Legal studies and consequently legal history focus on constitutional documents, believing in a nominalist autonomy of constitutional semantics.Reconsidering Constitutional Formation in the late 18th and 19th century, kept historic constitutions from being simply log-books for political experts through a functional approach to the interdependencies between constitution and public discourse. Sovereignty had to be 'believed' by the subjects and the political élites. Such a communicative orientation of constitutional processesbecame palpable in the 'religious' affinities of the constitutional preambles. They were held as 'creeds' of a new order, not only due to their occasional recourse to divine authority, but rather due to the claim for eternal validity contexts of constitutional guarantees. The communication dependency of constitutions was of less concern in terms of the preamble than the constituents' big worries about government organisation. Their indecisiveness between monarchical and popular sovereignty was established through the discrediting of the Republic in the Jacobean reign of terror and the 'renaissance' of the monarchy in the military resistance against the French revolutionary and later Napoleonic campaigns. The constitutional formation as a legal act of constituting could therefore defend the monarchy from the threat of the people (Albertine Statute 1848), could be a legal decision of a national constituent assembly (Belgian Constitution 1831), could borrow from the old liberties (Polish May Constitution 1791) or try to remain in between by referring to the Nation as sovereign (French September Constitution 1791, Cádiz Constitution 1812). Common to all contexts is the use of national sovereignty as a legal starting point. The consequent differentiation between constituent and constituted power manages to justify the self-commitment of political power in legal terms. National sovereignty is the synonym for the juridification of sovereignty by means of the constitution. The novelty of the constitutions of the late 18th and 19th century is the normativity, the positivity of the constitutional law as one unified law, to be the measure for the legality of all other law. Therefore ReConFort will continue with the precedence of constitution. (www.reconfort.eu)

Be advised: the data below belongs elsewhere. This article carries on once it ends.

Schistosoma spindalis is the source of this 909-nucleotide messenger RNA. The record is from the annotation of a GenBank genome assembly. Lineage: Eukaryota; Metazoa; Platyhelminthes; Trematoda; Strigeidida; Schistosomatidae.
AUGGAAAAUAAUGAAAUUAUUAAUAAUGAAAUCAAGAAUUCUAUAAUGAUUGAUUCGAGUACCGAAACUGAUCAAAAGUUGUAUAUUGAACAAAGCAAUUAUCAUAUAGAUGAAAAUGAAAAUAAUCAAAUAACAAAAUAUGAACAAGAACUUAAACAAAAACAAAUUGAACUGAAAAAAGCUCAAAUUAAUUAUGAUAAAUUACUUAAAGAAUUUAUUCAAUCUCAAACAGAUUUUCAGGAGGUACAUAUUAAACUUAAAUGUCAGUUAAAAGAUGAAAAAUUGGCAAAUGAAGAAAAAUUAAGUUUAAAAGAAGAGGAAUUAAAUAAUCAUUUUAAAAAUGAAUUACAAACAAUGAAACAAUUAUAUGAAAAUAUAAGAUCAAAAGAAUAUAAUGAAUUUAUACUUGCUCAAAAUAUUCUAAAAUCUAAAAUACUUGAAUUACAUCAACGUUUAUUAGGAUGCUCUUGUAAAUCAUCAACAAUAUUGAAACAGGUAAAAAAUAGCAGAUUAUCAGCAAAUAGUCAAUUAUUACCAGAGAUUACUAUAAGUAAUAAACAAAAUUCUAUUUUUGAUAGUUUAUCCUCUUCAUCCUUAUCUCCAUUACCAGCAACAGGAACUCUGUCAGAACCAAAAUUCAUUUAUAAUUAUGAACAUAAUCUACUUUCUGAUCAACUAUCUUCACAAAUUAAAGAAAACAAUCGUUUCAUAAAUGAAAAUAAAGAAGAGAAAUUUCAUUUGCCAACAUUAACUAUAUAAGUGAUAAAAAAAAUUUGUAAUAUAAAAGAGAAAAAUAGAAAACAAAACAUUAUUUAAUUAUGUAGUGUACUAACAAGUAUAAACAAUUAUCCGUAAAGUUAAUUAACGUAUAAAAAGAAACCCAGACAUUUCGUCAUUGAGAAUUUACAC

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Reconsidering Constitutional Formation I National Sovereignty
Education and Teaching
This second volume of ReConFort, published open access, addresses the decisive role of constitutional normativity, and focuses on discourses concerning the legal role of constitutional norms. Taken together with ReConFort I (National Sovereignty), it calls for an innovative reassessment of constitutional history drawing on key categories to convey ...
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